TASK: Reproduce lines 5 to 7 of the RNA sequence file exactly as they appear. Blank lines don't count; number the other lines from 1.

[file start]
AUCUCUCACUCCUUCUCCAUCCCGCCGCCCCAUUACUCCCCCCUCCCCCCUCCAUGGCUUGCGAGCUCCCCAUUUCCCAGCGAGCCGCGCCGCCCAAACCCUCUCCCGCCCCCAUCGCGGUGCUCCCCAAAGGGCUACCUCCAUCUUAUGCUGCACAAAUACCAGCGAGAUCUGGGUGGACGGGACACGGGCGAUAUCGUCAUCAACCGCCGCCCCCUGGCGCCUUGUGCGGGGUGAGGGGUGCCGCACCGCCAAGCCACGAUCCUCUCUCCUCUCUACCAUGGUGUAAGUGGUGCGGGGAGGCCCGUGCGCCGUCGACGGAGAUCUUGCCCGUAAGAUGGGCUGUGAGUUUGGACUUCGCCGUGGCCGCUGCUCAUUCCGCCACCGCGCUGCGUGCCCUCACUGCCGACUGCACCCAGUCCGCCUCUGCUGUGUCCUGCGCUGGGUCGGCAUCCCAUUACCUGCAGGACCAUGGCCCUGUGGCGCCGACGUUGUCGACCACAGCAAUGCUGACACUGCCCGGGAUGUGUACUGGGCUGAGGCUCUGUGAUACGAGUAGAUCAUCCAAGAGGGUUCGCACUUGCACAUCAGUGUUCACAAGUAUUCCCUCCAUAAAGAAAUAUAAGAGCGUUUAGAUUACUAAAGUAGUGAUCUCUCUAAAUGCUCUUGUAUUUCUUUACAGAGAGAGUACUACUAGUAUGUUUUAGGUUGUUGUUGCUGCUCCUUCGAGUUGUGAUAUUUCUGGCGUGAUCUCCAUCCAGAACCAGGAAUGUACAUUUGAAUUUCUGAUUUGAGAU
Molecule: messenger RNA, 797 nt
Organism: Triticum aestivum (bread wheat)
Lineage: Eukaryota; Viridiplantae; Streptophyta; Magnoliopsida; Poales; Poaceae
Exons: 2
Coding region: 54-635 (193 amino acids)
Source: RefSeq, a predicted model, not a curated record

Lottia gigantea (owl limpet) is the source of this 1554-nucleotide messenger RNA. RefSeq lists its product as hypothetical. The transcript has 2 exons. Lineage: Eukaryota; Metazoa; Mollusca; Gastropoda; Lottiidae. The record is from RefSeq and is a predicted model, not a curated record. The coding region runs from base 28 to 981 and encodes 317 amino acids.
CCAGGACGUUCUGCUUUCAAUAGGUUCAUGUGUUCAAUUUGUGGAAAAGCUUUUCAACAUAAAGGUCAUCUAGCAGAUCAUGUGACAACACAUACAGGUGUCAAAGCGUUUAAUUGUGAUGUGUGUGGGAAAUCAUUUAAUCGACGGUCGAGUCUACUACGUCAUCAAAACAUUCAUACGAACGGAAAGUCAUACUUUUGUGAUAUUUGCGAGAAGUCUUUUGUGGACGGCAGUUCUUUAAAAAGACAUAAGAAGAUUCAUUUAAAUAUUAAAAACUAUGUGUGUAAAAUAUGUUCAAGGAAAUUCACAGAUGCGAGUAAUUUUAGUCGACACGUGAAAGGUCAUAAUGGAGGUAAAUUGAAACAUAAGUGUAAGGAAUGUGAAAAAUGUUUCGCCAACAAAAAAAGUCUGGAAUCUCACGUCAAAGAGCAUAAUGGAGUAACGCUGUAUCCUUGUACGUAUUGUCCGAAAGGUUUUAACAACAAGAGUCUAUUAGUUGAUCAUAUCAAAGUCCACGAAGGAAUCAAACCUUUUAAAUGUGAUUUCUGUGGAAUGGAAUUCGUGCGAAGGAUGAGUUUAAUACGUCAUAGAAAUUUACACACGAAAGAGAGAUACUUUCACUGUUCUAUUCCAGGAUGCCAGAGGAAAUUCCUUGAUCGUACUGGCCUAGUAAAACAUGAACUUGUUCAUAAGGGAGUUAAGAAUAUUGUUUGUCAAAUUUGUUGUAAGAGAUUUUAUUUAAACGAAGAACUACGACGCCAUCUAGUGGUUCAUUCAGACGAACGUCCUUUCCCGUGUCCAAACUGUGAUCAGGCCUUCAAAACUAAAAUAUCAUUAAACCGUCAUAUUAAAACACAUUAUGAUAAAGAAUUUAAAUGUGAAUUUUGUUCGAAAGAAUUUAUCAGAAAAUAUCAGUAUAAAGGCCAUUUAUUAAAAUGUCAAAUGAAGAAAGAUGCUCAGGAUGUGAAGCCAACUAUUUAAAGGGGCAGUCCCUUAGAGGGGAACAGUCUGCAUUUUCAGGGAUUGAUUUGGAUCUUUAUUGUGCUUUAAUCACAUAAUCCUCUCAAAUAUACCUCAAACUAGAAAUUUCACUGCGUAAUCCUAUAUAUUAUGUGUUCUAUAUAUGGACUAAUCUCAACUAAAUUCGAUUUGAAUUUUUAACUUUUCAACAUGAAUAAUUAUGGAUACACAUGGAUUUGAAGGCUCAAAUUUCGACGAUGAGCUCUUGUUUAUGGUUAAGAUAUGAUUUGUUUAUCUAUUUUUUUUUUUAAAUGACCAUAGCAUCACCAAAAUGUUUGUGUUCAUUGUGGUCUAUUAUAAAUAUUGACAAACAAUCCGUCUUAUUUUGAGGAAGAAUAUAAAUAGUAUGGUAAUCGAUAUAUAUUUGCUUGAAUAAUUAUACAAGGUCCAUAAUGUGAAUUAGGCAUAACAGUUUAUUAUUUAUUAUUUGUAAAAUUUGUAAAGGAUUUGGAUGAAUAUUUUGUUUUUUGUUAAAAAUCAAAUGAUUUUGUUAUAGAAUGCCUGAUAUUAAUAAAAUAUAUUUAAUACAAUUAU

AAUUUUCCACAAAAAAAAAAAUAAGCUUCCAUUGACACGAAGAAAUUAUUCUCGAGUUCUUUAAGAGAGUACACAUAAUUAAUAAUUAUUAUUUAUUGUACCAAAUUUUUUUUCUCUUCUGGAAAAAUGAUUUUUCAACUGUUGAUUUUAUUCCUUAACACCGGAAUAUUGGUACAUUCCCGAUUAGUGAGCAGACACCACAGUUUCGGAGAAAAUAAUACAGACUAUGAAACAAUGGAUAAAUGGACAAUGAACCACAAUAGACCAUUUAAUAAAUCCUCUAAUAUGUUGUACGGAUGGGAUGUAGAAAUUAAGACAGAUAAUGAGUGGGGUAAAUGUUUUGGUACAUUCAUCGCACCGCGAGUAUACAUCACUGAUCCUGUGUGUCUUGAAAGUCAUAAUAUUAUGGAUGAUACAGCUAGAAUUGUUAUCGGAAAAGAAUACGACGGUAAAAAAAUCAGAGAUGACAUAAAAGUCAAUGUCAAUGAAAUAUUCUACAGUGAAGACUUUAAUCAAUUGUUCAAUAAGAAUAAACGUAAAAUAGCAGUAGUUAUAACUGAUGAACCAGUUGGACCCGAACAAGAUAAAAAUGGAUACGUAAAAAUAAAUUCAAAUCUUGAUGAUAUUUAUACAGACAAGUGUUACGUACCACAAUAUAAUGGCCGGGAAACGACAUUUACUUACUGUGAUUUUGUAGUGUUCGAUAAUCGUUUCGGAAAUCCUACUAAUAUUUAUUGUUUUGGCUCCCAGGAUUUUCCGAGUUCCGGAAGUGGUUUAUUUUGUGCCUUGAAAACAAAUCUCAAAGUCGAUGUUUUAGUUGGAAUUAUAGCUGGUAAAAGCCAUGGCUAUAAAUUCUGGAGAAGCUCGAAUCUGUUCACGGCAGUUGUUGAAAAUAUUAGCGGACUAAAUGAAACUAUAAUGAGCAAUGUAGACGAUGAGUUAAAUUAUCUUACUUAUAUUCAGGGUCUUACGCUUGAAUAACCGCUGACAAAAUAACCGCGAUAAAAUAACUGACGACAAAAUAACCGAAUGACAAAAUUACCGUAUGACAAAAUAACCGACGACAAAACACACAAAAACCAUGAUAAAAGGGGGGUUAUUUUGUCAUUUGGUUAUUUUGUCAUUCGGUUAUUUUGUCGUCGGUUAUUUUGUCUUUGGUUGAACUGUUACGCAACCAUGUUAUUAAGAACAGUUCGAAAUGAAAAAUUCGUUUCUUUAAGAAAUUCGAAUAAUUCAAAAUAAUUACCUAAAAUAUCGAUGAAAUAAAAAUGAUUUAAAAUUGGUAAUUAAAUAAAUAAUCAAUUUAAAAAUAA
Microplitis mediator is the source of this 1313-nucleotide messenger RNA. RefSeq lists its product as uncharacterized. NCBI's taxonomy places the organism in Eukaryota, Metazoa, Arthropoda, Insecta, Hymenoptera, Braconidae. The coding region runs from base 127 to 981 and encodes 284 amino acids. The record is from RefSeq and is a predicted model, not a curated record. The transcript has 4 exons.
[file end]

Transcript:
Exons: 2
Coding region: 54-635 (193 amino acids)
Source: RefSeq, a predicted model, not a curated record